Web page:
Tuesday, November 12, 2013

Book Review: The Ghosts of Chicago: The Windy City's Most Famous Haunts

Title: The Ghosts of Chicago: The Windy City's Most Famous Haunts
Author: Adam Selzer
Source: Amazon

Goodreads Summary:

From Resurrection Mary and Al Capone to the Murder Castle of H. H. Holmes and the funeral train of Abraham Lincoln, the spine-tingling sights and sounds of Chicago's yesteryear are still with us . . . and so are its ghosts.

Seeking to find out what we really know about the ghastly past of this famously haunted metropolis, professional ghost hunter and historian Adam Selzer pieces together the truth behind Chicago's ghosts, and brings to light never-before-told first accounts. Take a history tour like no other of the famous and not-so-famous haunts around town. Sometimes the real story is far different from the urban legend--and most of the time it's even gorier.

My thoughts:

I saw this book on Bibliosaurus Text, and knew I absolutely had to read it. I read these true ghost story books a lot, ever since I was a kid and would scare the hell out of myself with the Scary Stories to Tell in the Dark series. (Which by the way, is still scaring kids all these years later.)

Selzer takes us on a journey through Chicago, stop by stop, and the stories are told in such a way that I feel like I am walking through the neighborhoods and streets of Chicago with Selzer on his tour. The beginning of each legend or tale begins with the area the story is in, including the cross streets, so that a reader who aspires to be a ghost hunter can check the area out for themselves. Selzer includes what you can do and where you can go at the end of each chapter, and considerately leaves out details if there are privacy issues, so that these wanna be ghost hunters do not disturb private residences.

I loved the legend of Resurrection Mary. It is the legend of the ghostly passenger ; I think this a story everyone is familiar with, and seems to be in every city and everywhere. A driver will pick up a hitchiker, and then as they pass a graveyard, the passenger mysteriously disappears. Chicago has its own ghostly passenger, known as Resurrection Mary, which stretches back all the way to the 1930s, when the first story was told. That is another thing I loved about this book - all the historical research that Selzer put into the stories. Some of the evidence he unearthed goes all the back to the 1800s, including a vampire scare in the late 1800s!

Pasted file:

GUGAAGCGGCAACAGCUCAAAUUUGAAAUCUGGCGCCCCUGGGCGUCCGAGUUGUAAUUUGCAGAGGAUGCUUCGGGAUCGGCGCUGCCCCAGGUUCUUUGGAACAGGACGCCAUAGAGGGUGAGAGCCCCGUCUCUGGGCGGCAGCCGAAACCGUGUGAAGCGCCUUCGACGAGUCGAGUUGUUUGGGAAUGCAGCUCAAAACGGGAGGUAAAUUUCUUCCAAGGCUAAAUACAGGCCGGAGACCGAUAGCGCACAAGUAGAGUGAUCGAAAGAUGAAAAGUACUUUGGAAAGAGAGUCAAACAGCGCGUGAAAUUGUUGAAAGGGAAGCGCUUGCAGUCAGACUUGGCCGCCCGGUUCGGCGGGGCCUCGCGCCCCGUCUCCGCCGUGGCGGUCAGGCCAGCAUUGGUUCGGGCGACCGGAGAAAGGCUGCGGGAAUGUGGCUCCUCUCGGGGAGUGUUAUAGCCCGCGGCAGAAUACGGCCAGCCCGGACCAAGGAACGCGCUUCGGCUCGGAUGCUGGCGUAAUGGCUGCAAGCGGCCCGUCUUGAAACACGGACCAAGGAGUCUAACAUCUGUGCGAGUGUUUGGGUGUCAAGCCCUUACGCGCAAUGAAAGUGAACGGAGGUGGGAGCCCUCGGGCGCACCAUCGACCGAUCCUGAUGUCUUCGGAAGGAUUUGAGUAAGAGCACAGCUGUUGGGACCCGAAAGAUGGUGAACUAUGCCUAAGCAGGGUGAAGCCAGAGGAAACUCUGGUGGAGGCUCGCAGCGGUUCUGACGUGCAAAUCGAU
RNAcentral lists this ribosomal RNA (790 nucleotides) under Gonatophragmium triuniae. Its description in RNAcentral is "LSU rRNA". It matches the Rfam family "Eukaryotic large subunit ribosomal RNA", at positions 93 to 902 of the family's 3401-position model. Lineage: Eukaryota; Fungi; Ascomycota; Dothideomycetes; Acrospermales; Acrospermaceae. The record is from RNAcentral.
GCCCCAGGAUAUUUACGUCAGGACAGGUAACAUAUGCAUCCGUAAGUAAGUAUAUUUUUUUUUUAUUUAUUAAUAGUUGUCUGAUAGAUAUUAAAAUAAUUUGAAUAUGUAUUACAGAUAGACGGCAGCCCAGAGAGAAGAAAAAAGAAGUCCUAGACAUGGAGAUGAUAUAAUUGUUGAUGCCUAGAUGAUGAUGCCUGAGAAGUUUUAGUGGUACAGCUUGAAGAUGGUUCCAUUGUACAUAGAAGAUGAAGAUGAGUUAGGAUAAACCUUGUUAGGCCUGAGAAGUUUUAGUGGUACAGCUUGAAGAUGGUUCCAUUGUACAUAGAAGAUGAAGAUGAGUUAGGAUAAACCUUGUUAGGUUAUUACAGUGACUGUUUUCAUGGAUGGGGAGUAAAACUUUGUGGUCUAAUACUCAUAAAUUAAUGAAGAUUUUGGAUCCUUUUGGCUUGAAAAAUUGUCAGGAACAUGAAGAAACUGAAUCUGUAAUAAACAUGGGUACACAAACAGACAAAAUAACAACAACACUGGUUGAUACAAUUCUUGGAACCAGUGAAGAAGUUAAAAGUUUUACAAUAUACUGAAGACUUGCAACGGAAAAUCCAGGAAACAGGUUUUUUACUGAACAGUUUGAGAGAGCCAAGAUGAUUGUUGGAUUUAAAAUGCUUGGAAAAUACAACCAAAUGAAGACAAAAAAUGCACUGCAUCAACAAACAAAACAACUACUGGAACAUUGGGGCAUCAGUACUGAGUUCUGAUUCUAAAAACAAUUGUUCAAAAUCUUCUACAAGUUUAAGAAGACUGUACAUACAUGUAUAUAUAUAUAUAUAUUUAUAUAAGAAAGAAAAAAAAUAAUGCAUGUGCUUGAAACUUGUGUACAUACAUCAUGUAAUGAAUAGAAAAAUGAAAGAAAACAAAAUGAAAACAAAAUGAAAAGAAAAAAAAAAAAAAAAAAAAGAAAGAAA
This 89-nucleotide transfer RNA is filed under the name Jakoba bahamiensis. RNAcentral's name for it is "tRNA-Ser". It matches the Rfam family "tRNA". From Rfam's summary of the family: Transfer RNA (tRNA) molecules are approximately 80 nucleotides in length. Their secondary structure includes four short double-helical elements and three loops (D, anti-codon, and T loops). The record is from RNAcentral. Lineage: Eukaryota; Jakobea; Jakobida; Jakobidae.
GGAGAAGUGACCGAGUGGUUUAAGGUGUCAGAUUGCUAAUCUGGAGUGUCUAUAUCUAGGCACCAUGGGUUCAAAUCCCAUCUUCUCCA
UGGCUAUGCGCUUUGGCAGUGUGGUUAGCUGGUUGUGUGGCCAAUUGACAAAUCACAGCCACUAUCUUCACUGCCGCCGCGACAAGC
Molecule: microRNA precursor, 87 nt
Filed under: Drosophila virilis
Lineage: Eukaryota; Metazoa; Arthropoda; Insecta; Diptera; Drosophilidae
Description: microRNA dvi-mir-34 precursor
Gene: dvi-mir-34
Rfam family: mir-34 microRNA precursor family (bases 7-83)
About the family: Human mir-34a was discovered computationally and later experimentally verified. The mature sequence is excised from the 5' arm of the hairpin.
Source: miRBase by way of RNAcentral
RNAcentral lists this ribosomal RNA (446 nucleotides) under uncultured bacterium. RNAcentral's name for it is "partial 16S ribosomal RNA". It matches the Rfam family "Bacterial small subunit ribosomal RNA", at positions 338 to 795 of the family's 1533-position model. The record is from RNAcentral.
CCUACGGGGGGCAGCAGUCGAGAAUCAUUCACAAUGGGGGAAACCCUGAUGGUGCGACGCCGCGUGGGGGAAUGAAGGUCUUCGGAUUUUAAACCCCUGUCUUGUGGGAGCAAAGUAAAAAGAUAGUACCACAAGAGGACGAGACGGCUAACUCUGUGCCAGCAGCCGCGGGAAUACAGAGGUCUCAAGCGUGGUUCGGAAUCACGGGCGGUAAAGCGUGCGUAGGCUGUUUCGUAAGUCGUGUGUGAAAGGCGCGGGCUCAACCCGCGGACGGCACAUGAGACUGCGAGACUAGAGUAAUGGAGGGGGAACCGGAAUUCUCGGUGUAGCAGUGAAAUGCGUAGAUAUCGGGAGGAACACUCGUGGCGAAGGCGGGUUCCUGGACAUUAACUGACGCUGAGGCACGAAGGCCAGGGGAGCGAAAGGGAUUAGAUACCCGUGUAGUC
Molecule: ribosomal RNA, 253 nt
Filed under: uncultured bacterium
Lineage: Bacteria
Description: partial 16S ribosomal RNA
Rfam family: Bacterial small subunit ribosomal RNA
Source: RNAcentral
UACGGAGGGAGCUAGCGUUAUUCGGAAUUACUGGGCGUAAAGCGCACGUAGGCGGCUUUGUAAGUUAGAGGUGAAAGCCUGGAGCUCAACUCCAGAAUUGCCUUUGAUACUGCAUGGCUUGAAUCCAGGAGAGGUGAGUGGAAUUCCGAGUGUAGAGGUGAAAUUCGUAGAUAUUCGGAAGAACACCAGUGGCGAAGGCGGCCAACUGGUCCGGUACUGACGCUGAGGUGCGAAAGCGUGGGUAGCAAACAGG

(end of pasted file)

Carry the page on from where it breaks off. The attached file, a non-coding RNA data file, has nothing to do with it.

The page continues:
This book made me realize I know practically nothing about Chicago's history. I know about the Haymarket Square Riot, the great Chicago Fire, the mob connections, and thanks to Devil in the White City, I know a little bit about the World's Fair and the killer H.H.Holmes. Selzer's book taught me about the Iroquois Theater Fire, about Abraham Lincoln's funeral train and that Lincoln had to be re-embalmed numerous times along the way, and the Eastland disaster, which I had never even heard about, among other events.

This book was interesting for the supernatural histories, and for the actual history of the city. I want to go back to Chicago now, to see where some of these histories and legends occurred. I also of course want to take Selzer's tour. I think next time I visit, I will. Maybe I will see a ghost...


  1. So glad you liked this book, too! I'd love to take it around Chicago with me.

  2. I love reading books that contains historical detail, maybe that's why I enjoy historical fiction so much. Do you? If so, I have a giveaway running on my two favourite historical fiction novels :)


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